Find my iPad: how to discover its current whereabouts
Posted on 2 Jan 2013 at 11:18
Using the Find my iPhone app, you can trace the whereabouts of your iPad. Here's how to do it...
Apple recognises that as many of us will take our iPad minis everywhere we go there’s always a chance we could lose them.
This might be a result of a completely innocent mix-up, as we could leave them on the bus or in a cafe, or it could be more malicious with our gadgets stolen from our bags.
However you still want the best chance possible of finding your iPad mini again or, if it’s been taken dishonestly, at least removing all of your data to keep it safe from prying eyes.
ReviewiPad mini review
Apple's iPad mini features a variety of security tools, but for complete peace of mind, you also want to use Find My iPhone. Originally developed to calm business users’ worries, it’s a boon for consumers and, despite the name, it works just as well with the iPad and iPad mini.
What is Find My iPhone?
Find My iPhone - also called Find My iPad - is a smart service that uses iCloud to locate your iPad mini anywhere in the world using its GPS chip (if it has mobile phone network connectivity) or an active Wi-Fi connection.
It relies on you having at least one iCloud email account active on the device, which is set to receive push email. If you don’t have this set up, tap Settings | Mail, Contacts, Calendars | Add Account... and select iCloud from the list of account type options.
Activate Find My iPad
Find My iPad is turned off by default. This makes sense as it relies on passing your current location through the iCloud servers, which some users may consider to be a security risk.
To turn it on, tap Settings | iCloud and tap the ON/OFF slider beside Find My iPad.
Log in to your account at icloud.com using a regular browser and select Find My iPhone. If you don’t see this option on the front page, you’ll be in one of the other modules already, so click the cloud icon in he upper corner to return to the iCloud home screen.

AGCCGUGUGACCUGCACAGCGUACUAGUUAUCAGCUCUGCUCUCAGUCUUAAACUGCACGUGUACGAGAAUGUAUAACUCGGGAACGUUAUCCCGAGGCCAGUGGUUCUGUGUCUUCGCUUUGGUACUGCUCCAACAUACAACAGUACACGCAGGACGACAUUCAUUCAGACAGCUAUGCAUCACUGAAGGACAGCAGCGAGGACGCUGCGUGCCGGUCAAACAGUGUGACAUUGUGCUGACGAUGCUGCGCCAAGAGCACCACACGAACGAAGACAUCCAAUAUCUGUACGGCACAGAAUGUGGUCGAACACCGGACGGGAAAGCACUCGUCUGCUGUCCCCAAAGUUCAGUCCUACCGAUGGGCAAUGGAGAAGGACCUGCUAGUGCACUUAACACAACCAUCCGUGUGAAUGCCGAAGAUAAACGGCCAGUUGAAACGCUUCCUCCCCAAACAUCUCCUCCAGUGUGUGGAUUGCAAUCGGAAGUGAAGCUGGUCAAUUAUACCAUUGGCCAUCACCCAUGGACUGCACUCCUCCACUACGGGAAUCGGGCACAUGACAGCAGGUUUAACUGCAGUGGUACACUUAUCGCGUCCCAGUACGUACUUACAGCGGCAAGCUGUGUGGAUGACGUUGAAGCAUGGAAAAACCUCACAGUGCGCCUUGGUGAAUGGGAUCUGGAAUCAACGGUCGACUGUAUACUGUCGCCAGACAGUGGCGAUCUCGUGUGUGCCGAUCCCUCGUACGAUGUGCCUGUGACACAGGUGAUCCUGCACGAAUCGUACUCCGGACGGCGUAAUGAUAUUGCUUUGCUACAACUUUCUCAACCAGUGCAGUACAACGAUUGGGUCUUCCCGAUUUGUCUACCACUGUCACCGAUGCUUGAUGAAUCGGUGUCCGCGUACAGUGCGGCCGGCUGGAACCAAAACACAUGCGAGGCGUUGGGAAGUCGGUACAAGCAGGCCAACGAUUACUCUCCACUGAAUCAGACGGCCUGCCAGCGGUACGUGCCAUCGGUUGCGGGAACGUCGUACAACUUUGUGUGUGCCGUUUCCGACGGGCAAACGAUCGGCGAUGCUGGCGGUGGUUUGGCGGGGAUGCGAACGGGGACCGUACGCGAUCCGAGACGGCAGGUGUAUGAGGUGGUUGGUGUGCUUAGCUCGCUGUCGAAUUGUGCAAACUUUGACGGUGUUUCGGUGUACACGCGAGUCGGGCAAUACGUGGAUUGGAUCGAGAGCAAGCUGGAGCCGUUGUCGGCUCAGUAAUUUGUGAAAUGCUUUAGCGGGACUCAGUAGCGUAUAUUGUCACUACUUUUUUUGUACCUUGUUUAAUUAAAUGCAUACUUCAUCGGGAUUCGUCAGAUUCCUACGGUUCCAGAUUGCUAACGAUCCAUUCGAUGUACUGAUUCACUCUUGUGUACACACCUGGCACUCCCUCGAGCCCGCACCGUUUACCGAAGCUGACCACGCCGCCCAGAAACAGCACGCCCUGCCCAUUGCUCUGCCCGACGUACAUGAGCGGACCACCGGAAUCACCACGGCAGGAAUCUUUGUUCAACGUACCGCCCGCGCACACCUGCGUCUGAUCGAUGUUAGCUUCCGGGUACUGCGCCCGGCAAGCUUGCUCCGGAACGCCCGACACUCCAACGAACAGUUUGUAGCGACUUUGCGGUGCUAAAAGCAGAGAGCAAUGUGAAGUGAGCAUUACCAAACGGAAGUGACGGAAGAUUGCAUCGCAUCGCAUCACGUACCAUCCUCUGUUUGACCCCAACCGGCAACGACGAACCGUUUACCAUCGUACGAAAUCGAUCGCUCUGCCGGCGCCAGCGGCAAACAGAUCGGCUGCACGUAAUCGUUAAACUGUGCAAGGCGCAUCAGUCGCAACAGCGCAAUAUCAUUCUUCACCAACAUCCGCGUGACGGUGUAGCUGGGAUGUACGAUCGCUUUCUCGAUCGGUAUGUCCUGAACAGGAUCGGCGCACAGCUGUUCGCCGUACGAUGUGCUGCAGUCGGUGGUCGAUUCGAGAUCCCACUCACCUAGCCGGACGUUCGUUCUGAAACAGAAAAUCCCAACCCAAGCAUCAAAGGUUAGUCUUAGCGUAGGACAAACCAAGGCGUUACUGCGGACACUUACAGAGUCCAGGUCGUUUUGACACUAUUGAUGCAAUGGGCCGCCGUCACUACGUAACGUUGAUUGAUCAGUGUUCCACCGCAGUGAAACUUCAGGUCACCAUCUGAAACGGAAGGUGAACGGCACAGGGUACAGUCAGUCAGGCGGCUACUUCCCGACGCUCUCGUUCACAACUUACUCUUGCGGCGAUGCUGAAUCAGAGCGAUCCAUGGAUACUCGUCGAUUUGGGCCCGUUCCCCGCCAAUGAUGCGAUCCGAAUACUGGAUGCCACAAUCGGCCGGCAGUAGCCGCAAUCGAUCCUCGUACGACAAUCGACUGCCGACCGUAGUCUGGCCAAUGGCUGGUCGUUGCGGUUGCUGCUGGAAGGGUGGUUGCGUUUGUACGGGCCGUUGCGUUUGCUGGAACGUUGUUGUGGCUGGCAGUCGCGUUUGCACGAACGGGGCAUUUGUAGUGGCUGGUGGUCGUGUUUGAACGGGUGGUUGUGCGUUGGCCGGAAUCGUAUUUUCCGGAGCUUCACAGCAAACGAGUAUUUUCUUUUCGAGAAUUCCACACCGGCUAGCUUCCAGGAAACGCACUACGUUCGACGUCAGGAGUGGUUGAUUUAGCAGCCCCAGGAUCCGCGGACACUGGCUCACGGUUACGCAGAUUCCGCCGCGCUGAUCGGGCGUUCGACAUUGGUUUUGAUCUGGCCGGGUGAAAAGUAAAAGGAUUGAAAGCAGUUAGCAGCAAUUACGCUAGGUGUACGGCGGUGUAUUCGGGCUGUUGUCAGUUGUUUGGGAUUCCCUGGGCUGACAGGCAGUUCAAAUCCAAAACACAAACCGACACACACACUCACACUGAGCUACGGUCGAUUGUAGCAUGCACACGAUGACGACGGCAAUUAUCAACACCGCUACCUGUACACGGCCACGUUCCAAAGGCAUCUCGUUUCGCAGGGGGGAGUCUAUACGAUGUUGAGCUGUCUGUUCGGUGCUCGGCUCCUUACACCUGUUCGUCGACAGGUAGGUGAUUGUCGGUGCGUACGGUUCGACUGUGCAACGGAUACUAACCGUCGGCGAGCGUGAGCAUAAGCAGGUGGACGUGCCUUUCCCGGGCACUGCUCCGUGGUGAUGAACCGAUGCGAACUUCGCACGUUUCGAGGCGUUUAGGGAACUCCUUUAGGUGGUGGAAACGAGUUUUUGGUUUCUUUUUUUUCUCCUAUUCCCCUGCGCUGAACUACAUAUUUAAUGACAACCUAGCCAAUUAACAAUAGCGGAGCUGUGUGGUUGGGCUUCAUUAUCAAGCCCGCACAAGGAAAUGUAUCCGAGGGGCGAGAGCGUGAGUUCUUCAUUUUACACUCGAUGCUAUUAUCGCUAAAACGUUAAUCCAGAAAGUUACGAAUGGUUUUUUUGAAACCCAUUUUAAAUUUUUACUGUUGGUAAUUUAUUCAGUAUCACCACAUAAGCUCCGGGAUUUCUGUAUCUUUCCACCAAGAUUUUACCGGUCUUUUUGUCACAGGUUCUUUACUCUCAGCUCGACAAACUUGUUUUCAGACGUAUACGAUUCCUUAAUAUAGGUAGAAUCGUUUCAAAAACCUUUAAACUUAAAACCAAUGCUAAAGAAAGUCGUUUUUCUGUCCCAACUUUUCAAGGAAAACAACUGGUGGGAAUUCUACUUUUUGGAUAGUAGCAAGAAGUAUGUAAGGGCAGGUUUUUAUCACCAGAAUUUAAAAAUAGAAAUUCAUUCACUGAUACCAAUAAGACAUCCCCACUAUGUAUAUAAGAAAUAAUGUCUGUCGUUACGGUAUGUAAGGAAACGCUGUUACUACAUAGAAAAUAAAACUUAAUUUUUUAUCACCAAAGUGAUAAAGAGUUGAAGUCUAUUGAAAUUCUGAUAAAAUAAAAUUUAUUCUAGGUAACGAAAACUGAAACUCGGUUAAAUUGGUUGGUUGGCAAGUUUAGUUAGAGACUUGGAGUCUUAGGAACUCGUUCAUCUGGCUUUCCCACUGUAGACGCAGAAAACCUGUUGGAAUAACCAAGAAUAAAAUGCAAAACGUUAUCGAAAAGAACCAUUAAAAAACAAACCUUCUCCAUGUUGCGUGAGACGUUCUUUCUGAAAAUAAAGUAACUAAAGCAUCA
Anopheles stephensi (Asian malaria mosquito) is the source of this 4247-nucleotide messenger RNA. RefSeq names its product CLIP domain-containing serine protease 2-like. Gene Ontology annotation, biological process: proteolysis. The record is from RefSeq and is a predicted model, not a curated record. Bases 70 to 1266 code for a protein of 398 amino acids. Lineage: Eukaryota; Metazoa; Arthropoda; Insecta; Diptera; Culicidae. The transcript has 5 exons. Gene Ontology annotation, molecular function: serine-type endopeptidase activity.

Right away iCloud starts searching for each of the devices that you've registered to your account and plotting them on a map. You can switch between them by clicking the Devices button above the map and selecting them from the list. You can also switch between a zoomable map, satellite and hybrid views to help you zoom in to the closest possible location.
Select the device that you need to locate – in our case an iPad mini – and it will be highlighted on the map using a pushpin. At the same time, a floating panel appears in the upper right corner with options for remotely controlling your iPad mini: playing a sound, remotely locking it with Lost Mode, and wiping it completely.
Your first step should always be to play a message so that you can see whether you've simply misplaced it close at hand.
If you can't hear it beeping then you should move on to the next steps: lost mode or wipe.
In lost mode, the iPad can only be unlocked using a security code you specify. The iPad mini will be set to display a blank screen with a dialogue in the middle showing a phone number and message.
When the person who has it swipes to unlock, they're asked to enter the code. If they can't, they won’t be able to use your iPad mini. If you have also set it to wipe itself after 10 incorrect attempts, they have limited opportunities.
Your last line of defence is the remote wipe carried out directly through icloud.com. You should only do this if you're sure that you're not going to get your iPad back as it’s impossible to locate it again using Find My iPhone once it’s been wiped.
For more details about purchasing this feature and/or images for editorial usage, please contact Jasmine Samra on firstname.lastname@example.org
- Facebook testing keyword searching in old posts
- Google promises faster Chrome with 64-bit support
- iPhone 6 release date, rumours, specs and features: when is the iPhone 6 coming out in the UK?
- Sony Xperia Z3 specs leak online
- Windows 8.2/Windows 9: release date, features and free cloud version
- Samsung Galaxy Alpha release date, specs and rumoured price in the UK
- Vodafone has worst reception but Ofcom tests questioned
- Boxed iPhone 6 photos leak online
- Still on IE8? You've got 18 months to upgrade
- iPhone 6 launch event tipped for 9 September
- 20 years of PC Pro: our best covers
- Why we've closed the PC Pro forums
- How to turn off Google Location Tracking
- 20 years of PC Pro: our greatest review mistakes
- 20 years of PC Pro: our first A-List
- Wikipedia's "right to be forgotten" protest hits the wrong note
- 3D printing hits the high street for plastic selfies
- 20 years of PC Pro: What amazed us in our first issue
- How Google Glass ruined my lunch hour
- Smartphone battery packs: can a USB power pack beat the festival battery blues?